Apartment Marketing’s Post-Pandemic Toolkit
- May 31, 2021
Despite changing lease-up patterns and plummeting rent rates in primary markets, occupancy in the affordable sector has remained consistently high since the onset of the health crisis.
“The demand for affordable housing is not at the whim of the larger economic market—if anything, it has increased during this time of economic uncertainty,” Susan Camerata, CFO at Wavecrest Management, told Multi-Housing News.
And now that the vaccine rollout is well underway, a more relaxed future doesn’t seem that distant, prompting multifamily players to look for ways to maximize their operations in a post-pandemic world.
With the rental season in full swing, how should apartment marketers adjust their strategies?
Nearly all aspects of multifamily marketing—from the use of social media and video tours to chatbots—were powered by technology pre-COVID-19, and the pandemic has only accelerated these trends. To keep up with the changing environment, most property operators have embraced the multi-channel approach to maintain resident satisfaction and reach out to prospects.
Digital marketing is progressively gaining ground as the consumer expects a complete digital experience. Social media, email campaigns, paid search, all proved to be valuable tools in a socially distanced world that was forced to rely heavily on online experiences.
Besides serving as a valuable tool for marketing apartment units, social media was used to showcase how well companies responded to the crisis by following best practices from the CDC and NMHC. Additionally, property management companies started tapping several uncharted areas—such as engaging with micro-influencers—to expand their reach to younger generations of renters.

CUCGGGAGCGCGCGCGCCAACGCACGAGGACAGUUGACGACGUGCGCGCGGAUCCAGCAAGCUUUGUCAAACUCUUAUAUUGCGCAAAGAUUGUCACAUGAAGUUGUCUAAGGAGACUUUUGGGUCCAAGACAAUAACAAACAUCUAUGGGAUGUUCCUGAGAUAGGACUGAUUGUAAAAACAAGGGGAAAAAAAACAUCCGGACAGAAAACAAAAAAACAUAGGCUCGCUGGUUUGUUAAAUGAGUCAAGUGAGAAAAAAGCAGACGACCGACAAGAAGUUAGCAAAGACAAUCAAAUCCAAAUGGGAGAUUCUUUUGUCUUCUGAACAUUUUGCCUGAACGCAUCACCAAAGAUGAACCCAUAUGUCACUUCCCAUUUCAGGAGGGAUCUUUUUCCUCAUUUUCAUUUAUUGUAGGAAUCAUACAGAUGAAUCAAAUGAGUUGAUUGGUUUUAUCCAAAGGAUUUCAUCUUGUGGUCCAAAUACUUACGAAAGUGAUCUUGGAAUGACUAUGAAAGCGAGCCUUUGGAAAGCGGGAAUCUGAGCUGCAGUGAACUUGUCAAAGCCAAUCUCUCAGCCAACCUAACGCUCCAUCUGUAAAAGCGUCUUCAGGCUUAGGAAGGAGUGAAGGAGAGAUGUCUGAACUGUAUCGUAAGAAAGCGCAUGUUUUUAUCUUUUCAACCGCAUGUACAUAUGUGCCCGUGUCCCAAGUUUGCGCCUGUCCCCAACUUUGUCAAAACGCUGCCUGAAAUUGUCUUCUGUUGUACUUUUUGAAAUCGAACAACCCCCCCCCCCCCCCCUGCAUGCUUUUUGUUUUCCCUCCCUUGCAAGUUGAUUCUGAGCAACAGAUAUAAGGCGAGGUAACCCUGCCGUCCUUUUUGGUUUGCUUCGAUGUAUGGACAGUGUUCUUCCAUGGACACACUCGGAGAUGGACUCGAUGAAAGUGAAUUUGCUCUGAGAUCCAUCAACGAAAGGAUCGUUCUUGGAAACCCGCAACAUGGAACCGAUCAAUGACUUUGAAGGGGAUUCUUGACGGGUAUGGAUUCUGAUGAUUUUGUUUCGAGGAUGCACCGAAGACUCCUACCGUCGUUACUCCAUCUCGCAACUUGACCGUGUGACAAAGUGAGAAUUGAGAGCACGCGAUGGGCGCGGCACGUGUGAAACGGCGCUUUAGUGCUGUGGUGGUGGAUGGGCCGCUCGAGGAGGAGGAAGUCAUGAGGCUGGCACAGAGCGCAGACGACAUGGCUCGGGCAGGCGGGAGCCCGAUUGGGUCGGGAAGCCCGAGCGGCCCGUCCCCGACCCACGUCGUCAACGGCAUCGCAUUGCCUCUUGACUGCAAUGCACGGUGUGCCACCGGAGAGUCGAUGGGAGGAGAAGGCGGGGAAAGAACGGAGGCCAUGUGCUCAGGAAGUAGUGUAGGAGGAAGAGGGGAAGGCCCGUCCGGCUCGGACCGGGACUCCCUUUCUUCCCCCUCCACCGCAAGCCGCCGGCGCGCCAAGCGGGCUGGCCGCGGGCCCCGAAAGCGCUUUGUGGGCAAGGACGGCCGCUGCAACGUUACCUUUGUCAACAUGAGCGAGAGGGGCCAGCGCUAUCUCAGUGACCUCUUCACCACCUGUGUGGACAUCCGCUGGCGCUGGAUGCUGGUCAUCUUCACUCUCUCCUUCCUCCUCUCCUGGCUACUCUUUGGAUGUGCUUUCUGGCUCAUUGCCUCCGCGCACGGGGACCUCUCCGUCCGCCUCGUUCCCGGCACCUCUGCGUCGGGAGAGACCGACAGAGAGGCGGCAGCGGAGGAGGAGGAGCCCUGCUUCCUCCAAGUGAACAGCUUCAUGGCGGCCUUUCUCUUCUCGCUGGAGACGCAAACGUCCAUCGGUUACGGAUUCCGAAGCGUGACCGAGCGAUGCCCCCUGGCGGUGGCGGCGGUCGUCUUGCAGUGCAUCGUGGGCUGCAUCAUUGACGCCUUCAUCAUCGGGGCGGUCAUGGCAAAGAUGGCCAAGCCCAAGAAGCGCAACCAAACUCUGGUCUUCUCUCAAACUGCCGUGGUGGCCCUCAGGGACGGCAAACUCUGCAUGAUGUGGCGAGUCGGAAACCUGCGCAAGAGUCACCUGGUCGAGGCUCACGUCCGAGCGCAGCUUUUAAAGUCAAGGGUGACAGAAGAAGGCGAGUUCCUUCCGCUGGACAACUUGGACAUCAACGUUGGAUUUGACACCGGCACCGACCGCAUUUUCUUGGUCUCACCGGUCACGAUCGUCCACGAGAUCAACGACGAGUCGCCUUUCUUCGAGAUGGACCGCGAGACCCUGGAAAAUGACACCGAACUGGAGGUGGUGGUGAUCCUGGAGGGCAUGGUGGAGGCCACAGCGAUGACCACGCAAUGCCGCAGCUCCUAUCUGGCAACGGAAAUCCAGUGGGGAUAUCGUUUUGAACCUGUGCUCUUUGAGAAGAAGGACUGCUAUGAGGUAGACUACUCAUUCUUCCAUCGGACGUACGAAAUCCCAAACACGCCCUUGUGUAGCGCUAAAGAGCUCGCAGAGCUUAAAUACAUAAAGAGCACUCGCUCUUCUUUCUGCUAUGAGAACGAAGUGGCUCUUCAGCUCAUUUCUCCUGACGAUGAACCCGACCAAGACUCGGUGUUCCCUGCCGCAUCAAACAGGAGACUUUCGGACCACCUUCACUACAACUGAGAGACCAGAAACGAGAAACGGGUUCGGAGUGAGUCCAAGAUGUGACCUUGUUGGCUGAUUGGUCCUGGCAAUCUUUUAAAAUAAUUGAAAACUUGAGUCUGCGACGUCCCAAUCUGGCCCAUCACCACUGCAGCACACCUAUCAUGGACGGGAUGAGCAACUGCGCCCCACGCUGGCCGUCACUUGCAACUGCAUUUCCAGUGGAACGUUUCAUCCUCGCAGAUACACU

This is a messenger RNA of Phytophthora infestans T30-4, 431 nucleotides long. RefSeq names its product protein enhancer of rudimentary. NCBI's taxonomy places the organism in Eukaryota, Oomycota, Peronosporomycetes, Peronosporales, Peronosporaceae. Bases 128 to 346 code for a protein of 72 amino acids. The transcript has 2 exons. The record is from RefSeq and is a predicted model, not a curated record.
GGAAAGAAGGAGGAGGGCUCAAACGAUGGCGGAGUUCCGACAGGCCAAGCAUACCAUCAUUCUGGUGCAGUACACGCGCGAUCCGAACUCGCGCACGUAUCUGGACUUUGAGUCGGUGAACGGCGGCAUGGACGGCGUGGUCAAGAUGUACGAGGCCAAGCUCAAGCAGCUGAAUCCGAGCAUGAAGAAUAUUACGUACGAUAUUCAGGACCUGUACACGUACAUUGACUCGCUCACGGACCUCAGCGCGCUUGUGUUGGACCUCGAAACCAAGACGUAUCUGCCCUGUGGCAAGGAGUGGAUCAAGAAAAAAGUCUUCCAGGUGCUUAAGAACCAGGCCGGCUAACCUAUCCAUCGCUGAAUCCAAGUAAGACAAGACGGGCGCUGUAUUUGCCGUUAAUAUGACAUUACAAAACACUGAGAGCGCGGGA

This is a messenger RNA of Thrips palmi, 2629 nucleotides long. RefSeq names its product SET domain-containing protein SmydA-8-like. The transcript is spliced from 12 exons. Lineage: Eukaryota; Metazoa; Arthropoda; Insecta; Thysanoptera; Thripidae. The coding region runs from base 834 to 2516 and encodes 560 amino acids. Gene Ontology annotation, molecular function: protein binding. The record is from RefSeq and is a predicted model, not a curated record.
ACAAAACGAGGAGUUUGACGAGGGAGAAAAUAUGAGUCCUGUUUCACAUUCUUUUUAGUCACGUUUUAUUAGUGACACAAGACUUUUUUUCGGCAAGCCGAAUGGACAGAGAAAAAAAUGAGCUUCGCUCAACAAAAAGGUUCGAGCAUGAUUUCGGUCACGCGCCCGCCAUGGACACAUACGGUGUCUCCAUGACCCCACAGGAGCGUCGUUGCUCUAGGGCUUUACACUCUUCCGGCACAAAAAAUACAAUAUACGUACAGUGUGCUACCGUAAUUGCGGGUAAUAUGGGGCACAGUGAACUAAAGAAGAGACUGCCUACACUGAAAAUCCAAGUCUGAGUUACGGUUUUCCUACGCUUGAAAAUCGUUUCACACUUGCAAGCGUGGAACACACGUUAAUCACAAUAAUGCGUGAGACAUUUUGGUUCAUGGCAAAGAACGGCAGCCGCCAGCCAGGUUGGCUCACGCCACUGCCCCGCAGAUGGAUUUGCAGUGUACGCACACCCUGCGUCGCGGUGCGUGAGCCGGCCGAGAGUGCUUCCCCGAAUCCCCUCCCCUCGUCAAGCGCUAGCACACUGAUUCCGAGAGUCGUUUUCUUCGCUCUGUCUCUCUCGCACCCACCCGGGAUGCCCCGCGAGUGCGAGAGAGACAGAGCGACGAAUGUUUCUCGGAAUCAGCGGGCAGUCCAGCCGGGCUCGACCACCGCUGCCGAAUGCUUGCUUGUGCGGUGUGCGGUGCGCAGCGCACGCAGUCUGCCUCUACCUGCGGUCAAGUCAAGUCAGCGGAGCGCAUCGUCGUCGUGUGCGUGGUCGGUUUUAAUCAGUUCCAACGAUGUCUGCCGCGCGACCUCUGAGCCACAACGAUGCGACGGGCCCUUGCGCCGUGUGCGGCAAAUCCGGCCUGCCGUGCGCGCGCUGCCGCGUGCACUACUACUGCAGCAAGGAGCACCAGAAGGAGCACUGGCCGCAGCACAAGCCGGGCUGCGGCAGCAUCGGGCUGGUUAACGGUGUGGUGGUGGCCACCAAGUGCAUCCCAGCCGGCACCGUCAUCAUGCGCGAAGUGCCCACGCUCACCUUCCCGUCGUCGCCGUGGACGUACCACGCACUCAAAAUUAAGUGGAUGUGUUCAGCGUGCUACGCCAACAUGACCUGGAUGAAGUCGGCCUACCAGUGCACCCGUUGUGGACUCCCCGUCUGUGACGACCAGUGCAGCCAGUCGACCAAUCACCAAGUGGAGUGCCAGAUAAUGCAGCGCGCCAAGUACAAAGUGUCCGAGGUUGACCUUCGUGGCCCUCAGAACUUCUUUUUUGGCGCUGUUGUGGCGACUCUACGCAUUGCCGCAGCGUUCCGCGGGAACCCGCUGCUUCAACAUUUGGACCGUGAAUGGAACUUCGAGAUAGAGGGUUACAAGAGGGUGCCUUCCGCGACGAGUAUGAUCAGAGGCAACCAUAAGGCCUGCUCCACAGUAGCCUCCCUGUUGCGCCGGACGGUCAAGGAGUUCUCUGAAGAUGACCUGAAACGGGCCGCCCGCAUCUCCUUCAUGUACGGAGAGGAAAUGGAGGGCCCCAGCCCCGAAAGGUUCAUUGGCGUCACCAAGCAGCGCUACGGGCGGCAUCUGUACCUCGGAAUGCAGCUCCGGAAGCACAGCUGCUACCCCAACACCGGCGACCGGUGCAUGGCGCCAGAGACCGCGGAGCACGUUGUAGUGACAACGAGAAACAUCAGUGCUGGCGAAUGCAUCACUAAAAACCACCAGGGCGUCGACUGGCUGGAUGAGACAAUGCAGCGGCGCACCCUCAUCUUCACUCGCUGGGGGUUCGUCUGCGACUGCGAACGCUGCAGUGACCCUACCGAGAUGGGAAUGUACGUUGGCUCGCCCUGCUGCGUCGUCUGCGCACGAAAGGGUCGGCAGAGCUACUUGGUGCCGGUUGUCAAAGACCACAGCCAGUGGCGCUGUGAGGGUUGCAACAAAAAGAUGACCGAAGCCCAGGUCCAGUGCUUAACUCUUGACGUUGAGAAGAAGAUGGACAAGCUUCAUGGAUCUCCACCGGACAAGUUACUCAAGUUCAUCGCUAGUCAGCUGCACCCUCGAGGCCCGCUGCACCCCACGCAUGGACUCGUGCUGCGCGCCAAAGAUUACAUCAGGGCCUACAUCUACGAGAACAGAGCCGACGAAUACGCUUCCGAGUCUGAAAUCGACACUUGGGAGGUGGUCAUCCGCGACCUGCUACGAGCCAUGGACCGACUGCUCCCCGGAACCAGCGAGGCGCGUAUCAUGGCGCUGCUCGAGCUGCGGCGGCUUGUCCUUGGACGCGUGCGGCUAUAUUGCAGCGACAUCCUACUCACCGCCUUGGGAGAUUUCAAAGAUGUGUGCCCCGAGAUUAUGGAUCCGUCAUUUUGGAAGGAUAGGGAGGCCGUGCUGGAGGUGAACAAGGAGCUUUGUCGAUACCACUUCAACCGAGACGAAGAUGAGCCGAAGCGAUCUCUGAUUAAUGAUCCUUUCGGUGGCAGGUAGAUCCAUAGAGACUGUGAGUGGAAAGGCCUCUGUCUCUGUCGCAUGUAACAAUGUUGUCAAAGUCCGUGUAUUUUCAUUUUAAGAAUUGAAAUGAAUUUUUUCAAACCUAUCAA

These days, prospects looking for apartments will likely enter a leasing office only if they need to be there. As a result, property managers should invest in significant improvements in their websites and in the way the listings are crafted. Virtual tours are proving highly effective in showing apartment offerings to prospective residents, as are digital marketing campaigns for each listing.
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Print is not dead
Properties catering to lower-income renters will need to take a different approach. Due to limited supply, waiting lists for affordable units are extensive, and new rent-ups come with more firm marketing rules enforced by HPD to ensure printed information about affordable housing options is seen by those most in need, Camerata told MHN.
“A lot of businesses were able to easily adapt by going virtual or digital, but with deeply affordable housing and senior housing, we could not rely on consistent or sophisticated use of technology to disseminate information,” she explained. “To communicate with our residents, we frequently shared flyers and information on the eviction moratorium and the rent relief extension program.”
Another reason why Wavecrest doesn’t heavily use social media is related to the privacy of their residents. But email newsletters go out to current residents to relay information and make them aware of available services, such as vaccines available on-site, food and personal protective equipment distribution events, in addition to offering assistance with the census.
Printed information and signage have always been critical to Wavecrest’s operations, Camerata pointed out. “Because technology is not as ubiquitously used by seniors and low-income individuals, we need to make sure every resident has all the available information,” she said. “During the peak of the pandemic, we were putting information in monthly rent bills, to ensure everyone saw it, or in individual hallways.”